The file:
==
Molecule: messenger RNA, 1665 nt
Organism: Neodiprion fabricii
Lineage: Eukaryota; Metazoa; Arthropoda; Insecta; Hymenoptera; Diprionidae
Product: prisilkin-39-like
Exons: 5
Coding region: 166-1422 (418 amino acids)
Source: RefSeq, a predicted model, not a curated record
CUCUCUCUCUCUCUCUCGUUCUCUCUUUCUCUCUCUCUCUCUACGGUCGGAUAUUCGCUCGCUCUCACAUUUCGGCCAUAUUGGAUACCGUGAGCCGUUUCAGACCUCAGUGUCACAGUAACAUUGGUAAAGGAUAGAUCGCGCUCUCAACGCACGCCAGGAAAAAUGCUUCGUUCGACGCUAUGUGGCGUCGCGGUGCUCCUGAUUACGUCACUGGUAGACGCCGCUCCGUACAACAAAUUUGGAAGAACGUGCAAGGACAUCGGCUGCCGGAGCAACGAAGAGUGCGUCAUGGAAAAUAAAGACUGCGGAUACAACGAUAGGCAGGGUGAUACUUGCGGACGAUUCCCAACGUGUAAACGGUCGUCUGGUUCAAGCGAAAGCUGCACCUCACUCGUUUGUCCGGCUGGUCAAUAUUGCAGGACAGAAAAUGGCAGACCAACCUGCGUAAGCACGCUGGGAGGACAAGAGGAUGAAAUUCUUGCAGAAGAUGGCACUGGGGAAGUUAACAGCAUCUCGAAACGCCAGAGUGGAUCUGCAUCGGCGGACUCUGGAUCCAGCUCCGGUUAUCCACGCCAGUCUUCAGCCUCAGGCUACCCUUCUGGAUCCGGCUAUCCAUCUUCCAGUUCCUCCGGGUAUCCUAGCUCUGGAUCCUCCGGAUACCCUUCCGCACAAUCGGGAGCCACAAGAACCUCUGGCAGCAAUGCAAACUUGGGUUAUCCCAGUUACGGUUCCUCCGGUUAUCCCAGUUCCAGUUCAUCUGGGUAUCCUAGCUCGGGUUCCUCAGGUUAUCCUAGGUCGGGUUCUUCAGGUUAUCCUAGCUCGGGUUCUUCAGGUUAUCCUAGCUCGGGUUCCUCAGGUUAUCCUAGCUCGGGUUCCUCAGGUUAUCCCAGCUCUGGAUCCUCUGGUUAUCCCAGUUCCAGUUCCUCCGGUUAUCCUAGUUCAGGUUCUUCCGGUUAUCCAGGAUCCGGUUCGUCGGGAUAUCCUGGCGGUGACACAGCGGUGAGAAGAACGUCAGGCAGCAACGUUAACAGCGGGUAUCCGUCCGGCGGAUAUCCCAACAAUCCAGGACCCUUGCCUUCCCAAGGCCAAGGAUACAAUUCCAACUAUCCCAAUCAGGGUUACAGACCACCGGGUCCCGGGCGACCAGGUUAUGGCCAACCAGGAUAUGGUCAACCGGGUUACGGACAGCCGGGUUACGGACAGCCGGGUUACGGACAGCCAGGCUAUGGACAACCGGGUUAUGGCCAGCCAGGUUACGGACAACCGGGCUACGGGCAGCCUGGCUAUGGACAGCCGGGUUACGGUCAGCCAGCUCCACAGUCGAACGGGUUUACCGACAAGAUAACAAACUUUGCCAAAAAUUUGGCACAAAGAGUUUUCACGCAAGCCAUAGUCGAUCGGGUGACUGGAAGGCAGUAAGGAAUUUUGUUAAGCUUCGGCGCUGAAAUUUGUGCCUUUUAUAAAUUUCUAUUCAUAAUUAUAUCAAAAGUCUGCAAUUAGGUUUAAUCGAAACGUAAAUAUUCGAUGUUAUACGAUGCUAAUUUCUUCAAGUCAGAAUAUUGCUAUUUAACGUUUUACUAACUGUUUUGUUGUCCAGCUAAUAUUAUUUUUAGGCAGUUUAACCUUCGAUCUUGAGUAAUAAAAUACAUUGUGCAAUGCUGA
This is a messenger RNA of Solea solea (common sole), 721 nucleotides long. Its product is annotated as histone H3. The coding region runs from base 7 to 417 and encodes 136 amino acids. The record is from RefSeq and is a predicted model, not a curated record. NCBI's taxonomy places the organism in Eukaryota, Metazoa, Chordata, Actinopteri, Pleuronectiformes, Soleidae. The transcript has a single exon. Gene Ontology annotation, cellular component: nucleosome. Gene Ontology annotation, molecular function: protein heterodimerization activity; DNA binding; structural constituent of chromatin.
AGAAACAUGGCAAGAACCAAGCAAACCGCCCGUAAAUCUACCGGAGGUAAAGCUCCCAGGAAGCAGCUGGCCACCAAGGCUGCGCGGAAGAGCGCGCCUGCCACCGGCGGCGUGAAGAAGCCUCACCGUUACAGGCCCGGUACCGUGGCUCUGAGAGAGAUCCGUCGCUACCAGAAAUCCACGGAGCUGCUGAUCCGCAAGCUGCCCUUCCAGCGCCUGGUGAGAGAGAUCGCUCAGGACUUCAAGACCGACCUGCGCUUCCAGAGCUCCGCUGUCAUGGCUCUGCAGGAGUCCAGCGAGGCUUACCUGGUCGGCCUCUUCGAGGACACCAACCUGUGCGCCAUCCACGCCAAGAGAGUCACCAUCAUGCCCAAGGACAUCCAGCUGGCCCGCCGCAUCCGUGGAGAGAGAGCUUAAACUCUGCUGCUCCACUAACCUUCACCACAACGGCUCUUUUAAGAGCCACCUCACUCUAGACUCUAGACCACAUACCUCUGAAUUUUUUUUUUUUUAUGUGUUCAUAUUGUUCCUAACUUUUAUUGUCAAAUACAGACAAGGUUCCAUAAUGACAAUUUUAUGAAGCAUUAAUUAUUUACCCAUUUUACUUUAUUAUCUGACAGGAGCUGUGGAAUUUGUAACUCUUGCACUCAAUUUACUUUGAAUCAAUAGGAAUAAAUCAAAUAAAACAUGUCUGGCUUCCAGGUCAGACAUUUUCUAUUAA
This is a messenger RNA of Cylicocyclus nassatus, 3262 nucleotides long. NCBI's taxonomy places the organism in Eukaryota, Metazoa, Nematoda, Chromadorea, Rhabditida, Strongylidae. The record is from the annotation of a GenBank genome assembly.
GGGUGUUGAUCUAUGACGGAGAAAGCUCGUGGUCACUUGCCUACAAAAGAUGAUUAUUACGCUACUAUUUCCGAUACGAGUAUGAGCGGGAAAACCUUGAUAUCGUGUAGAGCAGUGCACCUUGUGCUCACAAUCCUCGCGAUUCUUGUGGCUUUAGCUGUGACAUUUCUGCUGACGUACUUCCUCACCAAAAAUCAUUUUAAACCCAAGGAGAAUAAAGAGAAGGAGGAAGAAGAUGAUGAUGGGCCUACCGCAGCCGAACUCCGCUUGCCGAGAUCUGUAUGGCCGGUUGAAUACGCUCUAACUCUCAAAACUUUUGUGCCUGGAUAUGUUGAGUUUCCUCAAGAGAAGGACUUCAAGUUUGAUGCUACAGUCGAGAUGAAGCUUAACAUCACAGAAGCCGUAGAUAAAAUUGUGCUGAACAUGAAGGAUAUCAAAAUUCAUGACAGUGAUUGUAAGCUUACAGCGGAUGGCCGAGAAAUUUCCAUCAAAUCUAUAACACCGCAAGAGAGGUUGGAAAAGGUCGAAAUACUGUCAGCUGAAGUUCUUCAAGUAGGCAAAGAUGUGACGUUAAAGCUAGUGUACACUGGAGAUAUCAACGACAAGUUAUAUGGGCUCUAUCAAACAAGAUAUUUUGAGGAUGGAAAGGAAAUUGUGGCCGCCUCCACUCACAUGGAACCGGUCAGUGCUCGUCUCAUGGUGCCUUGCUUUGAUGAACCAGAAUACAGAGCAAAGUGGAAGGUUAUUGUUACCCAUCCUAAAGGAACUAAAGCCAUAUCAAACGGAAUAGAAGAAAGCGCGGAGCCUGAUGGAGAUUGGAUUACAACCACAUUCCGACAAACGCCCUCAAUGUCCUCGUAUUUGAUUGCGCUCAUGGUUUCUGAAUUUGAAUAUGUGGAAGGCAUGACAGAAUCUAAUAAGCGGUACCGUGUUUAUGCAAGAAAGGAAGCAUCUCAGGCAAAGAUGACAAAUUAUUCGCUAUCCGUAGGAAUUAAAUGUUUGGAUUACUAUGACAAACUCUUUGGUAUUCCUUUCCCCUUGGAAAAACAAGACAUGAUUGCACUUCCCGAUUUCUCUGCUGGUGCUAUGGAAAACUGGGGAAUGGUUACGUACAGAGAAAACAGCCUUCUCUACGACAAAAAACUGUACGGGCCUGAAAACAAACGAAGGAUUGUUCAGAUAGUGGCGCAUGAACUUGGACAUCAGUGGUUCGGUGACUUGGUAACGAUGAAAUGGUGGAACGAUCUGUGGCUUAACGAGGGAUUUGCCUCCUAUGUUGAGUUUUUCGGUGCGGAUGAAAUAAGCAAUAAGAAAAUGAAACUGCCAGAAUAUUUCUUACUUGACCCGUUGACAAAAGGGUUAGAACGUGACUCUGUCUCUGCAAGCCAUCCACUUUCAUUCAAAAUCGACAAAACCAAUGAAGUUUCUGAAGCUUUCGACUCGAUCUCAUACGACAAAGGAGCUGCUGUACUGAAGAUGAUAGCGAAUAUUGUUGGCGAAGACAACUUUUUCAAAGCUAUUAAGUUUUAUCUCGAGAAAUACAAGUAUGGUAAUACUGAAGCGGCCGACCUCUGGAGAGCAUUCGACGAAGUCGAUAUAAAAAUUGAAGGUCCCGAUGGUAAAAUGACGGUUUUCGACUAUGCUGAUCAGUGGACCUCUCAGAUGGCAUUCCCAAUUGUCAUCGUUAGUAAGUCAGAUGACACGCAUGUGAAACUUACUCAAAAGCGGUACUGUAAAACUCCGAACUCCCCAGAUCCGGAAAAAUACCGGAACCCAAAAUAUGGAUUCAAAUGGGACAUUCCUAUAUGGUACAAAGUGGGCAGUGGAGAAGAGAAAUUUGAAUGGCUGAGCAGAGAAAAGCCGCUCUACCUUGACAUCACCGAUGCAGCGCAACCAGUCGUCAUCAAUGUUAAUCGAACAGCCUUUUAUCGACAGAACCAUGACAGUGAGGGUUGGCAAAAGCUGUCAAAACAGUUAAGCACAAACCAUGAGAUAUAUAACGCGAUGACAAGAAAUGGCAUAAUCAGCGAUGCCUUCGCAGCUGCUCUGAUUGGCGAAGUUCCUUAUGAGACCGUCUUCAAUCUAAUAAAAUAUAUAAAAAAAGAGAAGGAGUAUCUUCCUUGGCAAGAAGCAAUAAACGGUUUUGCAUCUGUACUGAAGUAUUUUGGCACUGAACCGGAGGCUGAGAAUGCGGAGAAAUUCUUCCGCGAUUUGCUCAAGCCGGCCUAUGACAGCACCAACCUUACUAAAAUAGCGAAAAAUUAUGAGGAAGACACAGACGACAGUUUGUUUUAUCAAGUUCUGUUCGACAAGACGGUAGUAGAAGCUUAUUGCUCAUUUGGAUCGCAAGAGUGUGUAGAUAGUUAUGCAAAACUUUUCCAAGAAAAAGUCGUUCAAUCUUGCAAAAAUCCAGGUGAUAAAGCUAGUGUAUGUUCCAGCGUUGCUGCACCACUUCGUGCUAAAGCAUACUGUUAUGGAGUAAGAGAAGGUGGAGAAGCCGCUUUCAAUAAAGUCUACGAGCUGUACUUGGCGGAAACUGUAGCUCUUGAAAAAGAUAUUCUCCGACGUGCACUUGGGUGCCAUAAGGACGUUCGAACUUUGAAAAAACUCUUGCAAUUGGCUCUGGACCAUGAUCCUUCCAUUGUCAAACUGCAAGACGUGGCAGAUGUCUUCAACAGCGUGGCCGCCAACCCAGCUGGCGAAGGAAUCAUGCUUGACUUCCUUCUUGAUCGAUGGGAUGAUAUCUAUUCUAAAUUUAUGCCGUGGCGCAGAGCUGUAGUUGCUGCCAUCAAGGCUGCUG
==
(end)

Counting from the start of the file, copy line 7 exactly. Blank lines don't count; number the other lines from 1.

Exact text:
Source: RefSeq, a predicted model, not a curated record